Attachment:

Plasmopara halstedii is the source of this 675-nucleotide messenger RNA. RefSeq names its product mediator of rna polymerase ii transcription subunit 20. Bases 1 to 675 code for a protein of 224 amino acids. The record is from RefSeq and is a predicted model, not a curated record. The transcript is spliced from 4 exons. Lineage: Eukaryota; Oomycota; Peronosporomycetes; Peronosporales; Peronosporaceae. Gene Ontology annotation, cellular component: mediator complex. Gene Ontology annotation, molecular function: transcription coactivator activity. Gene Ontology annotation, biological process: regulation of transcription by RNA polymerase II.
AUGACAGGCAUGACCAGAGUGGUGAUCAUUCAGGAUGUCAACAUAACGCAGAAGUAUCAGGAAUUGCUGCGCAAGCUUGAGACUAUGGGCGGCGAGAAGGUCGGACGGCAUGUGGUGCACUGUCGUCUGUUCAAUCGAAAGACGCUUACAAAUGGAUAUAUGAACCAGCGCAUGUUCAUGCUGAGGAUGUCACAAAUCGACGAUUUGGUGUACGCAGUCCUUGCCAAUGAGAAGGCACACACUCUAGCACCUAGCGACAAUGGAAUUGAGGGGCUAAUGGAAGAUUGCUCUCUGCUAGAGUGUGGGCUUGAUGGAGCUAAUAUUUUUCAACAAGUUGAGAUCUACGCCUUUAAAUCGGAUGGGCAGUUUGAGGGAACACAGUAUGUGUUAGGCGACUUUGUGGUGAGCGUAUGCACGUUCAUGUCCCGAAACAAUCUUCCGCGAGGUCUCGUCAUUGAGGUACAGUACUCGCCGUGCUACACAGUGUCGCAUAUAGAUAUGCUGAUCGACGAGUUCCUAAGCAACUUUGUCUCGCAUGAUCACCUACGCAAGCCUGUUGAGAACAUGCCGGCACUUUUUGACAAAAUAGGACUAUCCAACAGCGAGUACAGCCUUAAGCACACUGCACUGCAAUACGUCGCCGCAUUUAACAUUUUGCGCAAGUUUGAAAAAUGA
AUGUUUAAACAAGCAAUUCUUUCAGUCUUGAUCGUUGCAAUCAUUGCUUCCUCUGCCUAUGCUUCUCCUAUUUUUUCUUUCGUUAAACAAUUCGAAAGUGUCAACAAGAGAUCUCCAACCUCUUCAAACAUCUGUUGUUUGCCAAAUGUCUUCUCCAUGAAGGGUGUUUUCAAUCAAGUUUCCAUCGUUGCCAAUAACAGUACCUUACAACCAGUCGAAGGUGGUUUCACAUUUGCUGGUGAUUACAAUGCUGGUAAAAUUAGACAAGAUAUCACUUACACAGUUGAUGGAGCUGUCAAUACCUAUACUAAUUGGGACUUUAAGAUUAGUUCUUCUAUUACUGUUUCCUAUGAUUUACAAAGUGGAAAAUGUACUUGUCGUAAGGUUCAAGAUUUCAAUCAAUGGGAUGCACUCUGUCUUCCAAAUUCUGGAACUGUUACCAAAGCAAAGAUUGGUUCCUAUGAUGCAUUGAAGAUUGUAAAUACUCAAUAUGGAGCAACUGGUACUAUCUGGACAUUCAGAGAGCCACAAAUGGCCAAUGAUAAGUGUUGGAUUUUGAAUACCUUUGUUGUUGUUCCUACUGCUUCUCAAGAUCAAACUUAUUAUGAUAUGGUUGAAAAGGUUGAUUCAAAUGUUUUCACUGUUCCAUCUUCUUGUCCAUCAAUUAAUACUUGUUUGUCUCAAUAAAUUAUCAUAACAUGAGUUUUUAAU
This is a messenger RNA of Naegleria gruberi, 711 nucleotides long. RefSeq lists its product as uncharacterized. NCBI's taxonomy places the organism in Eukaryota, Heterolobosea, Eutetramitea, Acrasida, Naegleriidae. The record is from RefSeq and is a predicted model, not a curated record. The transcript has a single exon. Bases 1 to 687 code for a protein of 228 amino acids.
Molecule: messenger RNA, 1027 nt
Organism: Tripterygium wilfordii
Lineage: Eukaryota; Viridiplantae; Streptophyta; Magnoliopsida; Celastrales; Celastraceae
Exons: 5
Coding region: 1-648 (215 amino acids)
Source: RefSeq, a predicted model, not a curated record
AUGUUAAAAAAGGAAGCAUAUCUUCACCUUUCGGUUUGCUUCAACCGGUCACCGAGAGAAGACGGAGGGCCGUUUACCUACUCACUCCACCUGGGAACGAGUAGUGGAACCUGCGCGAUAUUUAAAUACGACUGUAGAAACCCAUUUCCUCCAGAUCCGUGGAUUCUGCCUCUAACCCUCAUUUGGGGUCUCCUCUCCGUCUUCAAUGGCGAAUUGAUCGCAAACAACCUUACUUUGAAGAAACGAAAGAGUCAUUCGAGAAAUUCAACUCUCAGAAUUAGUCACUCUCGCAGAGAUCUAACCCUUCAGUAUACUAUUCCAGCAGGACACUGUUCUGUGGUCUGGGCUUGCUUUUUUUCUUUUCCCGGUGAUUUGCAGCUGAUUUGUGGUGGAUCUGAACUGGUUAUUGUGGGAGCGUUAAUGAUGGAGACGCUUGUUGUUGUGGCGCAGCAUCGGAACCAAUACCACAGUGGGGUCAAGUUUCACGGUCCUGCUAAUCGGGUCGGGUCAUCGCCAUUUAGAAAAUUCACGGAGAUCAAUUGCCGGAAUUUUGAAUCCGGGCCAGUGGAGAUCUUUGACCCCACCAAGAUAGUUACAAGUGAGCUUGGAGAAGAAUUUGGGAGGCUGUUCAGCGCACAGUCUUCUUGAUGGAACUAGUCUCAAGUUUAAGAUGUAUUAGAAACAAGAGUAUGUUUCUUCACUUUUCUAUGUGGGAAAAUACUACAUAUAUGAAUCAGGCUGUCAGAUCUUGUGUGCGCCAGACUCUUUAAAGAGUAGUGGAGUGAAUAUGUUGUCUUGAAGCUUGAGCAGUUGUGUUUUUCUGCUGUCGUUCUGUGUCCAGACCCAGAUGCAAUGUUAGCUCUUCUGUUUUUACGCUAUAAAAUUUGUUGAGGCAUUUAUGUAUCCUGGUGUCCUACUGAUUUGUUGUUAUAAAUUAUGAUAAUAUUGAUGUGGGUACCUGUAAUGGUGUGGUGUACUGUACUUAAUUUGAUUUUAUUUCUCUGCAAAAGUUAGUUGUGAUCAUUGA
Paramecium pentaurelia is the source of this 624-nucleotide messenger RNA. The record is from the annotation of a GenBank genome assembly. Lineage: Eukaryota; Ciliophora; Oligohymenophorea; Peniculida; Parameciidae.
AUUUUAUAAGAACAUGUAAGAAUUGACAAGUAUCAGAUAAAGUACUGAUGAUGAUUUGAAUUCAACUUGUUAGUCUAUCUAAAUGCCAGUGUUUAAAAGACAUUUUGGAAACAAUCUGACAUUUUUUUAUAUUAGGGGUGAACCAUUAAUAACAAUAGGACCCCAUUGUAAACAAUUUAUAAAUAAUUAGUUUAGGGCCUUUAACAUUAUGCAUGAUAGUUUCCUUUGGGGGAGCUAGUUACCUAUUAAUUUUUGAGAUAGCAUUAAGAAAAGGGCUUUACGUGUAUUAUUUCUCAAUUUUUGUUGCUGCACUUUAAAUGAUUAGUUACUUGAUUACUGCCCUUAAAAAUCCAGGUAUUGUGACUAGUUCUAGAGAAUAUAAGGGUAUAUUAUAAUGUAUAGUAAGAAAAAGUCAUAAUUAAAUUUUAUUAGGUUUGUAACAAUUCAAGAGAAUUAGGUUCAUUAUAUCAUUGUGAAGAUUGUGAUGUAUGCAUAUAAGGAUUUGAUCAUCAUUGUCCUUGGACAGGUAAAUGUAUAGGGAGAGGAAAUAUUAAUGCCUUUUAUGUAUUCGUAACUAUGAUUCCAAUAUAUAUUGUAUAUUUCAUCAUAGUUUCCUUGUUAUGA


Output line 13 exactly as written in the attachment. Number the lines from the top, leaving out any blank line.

AUUUUAUAAGAACAUGUAAGAAUUGACAAGUAUCAGAUAAAGUACUGAUGAUGAUUUGAAUUCAACUUGUUAGUCUAUCUAAAUGCCAGUGUUUAAAAGACAUUUUGGAAACAAUCUGACAUUUUUUUAUAUUAGGGGUGAACCAUUAAUAACAAUAGGACCCCAUUGUAAACAAUUUAUAAAUAAUUAGUUUAGGGCCUUUAACAUUAUGCAUGAUAGUUUCCUUUGGGGGAGCUAGUUACCUAUUAAUUUUUGAGAUAGCAUUAAGAAAAGGGCUUUACGUGUAUUAUUUCUCAAUUUUUGUUGCUGCACUUUAAAUGAUUAGUUACUUGAUUACUGCCCUUAAAAAUCCAGGUAUUGUGACUAGUUCUAGAGAAUAUAAGGGUAUAUUAUAAUGUAUAGUAAGAAAAAGUCAUAAUUAAAUUUUAUUAGGUUUGUAACAAUUCAAGAGAAUUAGGUUCAUUAUAUCAUUGUGAAGAUUGUGAUGUAUGCAUAUAAGGAUUUGAUCAUCAUUGUCCUUGGACAGGUAAAUGUAUAGGGAGAGGAAAUAUUAAUGCCUUUUAUGUAUUCGUAACUAUGAUUCCAAUAUAUAUUGUAUAUUUCAUCAUAGUUUCCUUGUUAUGA